Val Demings says Marco Rubio is ‘not comfortable’ talking with diverse communities

'He goes into very scripted environments.'

Val Demings says Marco Rubio is ‘not comfortable’ talking with diverse communities
PHOTO VIA RUBIO/TWITTER
On the heels of new polling numbers showing her closer than ever to overtaking Republican incumbent Marco Rubio in the race for U.S. Senate, Democratic Congresswoman Val Demings plans to put the pedal to the metal — literally and figuratively — to close the distance before Election Day.

Demings, who served as Orlando’s first female Police Chief, said she will apply an outreach policy she established in that role and meet with many different compositions of communities throughout Florida.

That, she argued, is something her opponent is uneasy doing.

“He goes into very scripted environments,” she said. “I guess that has worked for him, but that’s not who I am. I will continue to travel the state from the Panhandle down to the Keys, and at the end of the day, I really do believe I will have the votes I need to be the one who runs through the tape.”

She continued, “I’m doing something Sen. Rubio is not comfortable doing. I’m traveling the state, talking to all voters about things that matter to them. I’m doing what I did as a Police Chief. I didn’t just go into communities and talk to people who looked like me or share the same agenda as me. I’m talking to all voters about things that matter, like affordable housing, the cost of prescription drugs, the cost of insulin, low wages and better health care. Marco Rubio picks winners and losers based on their ability to pay to play.”

Demings comments came during the Thursday launch of a bus tour by Giffords Florida at Regatta Park in Coconut Grove. The tour will travel through Miami, Fort Lauderdale, Coral Springs, Hollywood, West Palm Beach, St. Petersburg, Tampa and Orlando through Sept. 13.

She participated in several stops throughout Miami that day but said her campaign schedule precluded her from being able to attend the larger tour.

At the launch, Demings spoke alongside several other Democratic politicians, including U.S. Rep. Debbie Wasserman Schultz, Miami state Sen. Annette Taddeo, who is running to supplant Republican Congresswoman María Elvira Salazar, and former U.S. Rep. Debbie Mucarsel-Powell, now the senior adviser to Giffords.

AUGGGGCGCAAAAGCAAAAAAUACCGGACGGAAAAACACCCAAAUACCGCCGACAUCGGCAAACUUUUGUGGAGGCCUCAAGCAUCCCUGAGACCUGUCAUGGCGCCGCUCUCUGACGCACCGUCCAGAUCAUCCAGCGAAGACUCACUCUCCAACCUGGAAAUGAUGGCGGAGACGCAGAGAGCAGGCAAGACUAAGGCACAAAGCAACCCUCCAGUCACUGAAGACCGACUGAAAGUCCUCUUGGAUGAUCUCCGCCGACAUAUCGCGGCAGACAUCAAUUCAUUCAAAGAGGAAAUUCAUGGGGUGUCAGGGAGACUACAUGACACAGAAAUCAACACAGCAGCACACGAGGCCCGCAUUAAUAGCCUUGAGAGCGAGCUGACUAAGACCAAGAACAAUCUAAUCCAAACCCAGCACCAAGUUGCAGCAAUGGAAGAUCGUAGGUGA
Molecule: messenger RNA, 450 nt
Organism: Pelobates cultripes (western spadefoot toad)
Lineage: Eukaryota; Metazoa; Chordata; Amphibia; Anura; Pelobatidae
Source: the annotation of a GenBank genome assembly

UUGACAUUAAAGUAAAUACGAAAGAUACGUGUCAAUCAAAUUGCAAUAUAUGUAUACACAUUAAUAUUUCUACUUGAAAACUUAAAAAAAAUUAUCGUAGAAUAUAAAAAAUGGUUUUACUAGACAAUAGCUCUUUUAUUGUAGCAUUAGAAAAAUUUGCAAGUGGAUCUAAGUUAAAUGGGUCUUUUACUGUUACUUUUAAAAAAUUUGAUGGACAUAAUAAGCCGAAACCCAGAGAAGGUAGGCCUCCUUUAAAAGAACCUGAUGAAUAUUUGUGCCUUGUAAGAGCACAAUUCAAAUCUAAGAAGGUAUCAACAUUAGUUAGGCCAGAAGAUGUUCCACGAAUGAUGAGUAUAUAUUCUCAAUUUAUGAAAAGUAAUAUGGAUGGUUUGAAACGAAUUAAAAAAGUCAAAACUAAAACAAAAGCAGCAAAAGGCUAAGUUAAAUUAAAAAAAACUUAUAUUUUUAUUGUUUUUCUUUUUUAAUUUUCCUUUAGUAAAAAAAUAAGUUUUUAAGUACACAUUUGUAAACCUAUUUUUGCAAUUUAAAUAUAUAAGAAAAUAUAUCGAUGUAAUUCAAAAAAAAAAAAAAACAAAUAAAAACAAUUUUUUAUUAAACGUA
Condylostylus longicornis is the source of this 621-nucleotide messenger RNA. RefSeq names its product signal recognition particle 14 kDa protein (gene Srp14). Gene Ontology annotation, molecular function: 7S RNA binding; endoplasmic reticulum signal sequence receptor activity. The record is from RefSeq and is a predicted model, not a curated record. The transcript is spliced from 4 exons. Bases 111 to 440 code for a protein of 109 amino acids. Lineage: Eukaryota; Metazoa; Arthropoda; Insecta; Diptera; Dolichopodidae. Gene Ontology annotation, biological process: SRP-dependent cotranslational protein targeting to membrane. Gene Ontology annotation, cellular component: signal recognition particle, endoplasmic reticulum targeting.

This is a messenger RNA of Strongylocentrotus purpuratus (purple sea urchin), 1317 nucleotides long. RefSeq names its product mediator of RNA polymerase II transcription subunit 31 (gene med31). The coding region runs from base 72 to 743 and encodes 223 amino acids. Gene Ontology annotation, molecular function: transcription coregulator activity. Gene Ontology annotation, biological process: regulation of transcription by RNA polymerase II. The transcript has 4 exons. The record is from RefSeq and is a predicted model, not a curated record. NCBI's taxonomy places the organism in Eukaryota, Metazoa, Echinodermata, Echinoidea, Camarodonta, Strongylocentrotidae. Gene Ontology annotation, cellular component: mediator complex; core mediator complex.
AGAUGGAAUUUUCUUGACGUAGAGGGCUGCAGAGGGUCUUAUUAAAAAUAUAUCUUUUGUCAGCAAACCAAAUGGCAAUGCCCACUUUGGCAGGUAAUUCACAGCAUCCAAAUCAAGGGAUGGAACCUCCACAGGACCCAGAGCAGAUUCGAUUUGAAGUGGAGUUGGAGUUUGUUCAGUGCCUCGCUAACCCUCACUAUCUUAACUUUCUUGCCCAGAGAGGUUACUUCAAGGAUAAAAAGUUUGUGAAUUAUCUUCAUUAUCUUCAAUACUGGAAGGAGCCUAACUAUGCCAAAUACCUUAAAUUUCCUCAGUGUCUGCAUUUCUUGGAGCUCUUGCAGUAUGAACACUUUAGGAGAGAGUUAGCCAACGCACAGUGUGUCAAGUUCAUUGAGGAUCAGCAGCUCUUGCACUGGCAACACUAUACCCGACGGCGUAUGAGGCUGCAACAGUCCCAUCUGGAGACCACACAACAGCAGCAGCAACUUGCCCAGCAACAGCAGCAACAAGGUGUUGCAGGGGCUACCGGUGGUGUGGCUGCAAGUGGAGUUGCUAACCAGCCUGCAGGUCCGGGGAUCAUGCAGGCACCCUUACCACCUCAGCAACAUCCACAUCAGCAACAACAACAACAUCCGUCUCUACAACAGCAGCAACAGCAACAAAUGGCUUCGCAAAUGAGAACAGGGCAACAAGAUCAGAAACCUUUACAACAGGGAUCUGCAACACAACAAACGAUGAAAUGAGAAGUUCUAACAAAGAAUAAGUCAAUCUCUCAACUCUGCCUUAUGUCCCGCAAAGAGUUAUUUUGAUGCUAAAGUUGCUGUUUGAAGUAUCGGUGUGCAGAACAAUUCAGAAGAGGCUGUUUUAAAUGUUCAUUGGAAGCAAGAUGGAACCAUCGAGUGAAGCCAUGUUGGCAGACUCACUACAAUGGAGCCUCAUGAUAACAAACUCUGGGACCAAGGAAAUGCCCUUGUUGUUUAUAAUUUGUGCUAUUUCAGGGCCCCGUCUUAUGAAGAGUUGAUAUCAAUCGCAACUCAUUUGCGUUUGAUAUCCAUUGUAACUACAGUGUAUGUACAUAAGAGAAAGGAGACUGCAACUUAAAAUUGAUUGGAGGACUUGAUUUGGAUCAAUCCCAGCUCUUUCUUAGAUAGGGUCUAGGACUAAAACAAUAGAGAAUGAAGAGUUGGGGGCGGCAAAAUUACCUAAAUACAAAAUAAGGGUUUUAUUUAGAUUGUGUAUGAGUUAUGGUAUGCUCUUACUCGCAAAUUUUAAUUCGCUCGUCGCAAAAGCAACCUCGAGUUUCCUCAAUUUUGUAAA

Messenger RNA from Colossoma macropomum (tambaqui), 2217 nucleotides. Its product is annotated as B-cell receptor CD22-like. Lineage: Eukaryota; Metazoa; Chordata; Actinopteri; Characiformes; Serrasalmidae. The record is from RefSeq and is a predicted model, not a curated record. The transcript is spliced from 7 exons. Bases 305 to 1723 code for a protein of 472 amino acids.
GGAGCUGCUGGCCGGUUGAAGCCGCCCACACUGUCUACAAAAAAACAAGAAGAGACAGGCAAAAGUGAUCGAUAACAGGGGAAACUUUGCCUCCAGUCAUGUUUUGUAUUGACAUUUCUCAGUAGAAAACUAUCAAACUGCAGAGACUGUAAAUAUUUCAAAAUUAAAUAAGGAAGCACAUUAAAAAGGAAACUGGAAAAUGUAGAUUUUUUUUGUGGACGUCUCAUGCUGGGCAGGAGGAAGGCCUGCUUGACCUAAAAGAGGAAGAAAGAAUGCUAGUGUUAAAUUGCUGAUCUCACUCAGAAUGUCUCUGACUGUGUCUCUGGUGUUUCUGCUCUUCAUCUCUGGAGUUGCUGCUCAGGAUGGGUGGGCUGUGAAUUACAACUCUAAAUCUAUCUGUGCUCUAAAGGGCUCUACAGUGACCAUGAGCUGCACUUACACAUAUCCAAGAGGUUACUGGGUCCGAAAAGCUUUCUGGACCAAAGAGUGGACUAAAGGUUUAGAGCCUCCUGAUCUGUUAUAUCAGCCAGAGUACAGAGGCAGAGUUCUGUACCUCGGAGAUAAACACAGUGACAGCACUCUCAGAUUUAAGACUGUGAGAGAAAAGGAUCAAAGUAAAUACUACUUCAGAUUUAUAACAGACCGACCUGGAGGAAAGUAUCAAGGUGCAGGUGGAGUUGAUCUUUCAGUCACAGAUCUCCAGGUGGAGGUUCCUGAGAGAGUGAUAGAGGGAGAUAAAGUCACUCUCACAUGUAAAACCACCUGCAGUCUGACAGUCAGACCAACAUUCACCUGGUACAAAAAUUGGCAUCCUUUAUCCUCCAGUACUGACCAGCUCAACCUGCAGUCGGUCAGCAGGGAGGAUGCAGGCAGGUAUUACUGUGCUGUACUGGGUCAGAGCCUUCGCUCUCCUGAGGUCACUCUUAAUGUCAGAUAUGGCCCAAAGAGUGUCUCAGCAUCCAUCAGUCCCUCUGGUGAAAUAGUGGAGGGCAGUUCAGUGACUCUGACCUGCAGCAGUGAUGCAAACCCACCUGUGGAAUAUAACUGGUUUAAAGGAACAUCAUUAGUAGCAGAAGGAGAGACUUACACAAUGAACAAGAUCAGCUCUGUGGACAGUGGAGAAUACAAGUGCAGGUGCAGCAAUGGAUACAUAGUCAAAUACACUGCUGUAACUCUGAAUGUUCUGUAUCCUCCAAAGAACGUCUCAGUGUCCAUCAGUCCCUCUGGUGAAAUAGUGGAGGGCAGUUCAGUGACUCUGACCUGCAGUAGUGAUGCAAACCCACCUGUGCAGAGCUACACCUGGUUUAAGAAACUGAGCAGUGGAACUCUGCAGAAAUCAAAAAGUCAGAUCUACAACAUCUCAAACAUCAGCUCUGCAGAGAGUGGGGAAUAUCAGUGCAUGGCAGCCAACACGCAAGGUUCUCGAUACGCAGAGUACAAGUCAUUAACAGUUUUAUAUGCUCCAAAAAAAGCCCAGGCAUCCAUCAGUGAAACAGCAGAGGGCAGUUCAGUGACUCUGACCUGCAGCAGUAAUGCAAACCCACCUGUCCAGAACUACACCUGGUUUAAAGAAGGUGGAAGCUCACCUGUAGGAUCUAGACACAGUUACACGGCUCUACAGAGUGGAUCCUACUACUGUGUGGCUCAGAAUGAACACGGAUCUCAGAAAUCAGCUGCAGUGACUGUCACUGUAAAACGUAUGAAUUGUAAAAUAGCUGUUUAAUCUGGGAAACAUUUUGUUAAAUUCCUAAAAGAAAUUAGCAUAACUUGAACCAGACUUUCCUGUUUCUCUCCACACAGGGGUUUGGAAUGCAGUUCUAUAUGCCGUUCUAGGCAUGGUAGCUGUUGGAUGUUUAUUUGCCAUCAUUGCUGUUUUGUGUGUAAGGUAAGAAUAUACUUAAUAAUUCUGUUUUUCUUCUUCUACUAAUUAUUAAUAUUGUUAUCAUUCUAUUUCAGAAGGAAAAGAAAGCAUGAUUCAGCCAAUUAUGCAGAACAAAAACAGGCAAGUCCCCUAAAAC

Giffords Executive Director Peter Ambler, community activist Memé Ferré and gun safety activist Fred Guttenberg, whose daughter, Jamie Guttenberg, was killed in the 2018 Parkland shooting, also spoke.

Rubio and Salazar — and their record on gun legislation — were frequent targets for their opposition to Democratic measures. That included Rubio’s “no” vote in June on the Bipartisan Safer Communities Act, which President Joe Biden ultimately signed into law.

Asked for comment, his communications director, Elizabeth Gregory, noted Rubio’s support of the STOP School Violence Act of 2018 that improved school protections against attacks.

“In the aftermath of Parkland, Sen. Rubio sat down with Republicans, Democrats, students, parents, law enforcement and others to find common ground. While they didn’t agree on everything, they were able to make significant progress, including with the STOP School Violence Act,” she wrote, adding that Rubio is also backing the Extreme Risk Protection Order and Violence Prevention Act, which would boost red flag laws, and the Luke and Alex School Safety Act.

Gregory did not respond to a question about a new AARP Florida-commissioned survey showing Demings within 3 percentage points of overtaking Rubio, whom pollsters found to be under the critical 50% mark with Florida voters.

Rubio and Demings have repeatedly labeled each other as an “extremist,” on the issue of abortion. But when it comes to crime, Rubio’s efforts to malign his opponent have failed, with fact-checking site PolitiFact ranking one ad his campaign aired suggesting Demings “called abolishing the police ‘thoughtful’” a lie.

In an ad touting her 27-year career in law enforcement, Demings called any suggestion to defund the police “crazy.”

“I’m a law enforcement officer, and I know Marco Rubio wishes I wouldn’t talk about that, but I had that job longer than any job in my life, and I’m very proud of my record,” she said Thursday.

“The bottom line is, and I think we forget this, every community wants to be safe — Black communities, Brown communities, White communities, rural areas, inner cities. And it’s interesting. As I talk to people who live in some of the most crime-ridden areas, they say they don’t want to defund the police. They want to see more police because they believe if we start cutting police budgets, then they become even more vulnerable, and they just want to be treated with dignity and respect, right?

“So, I’m appealing to all voters regardless of their politics. The tie that binds is safer communities, and that’s what we’re working for.”

This post first appeared on Florida Politics.
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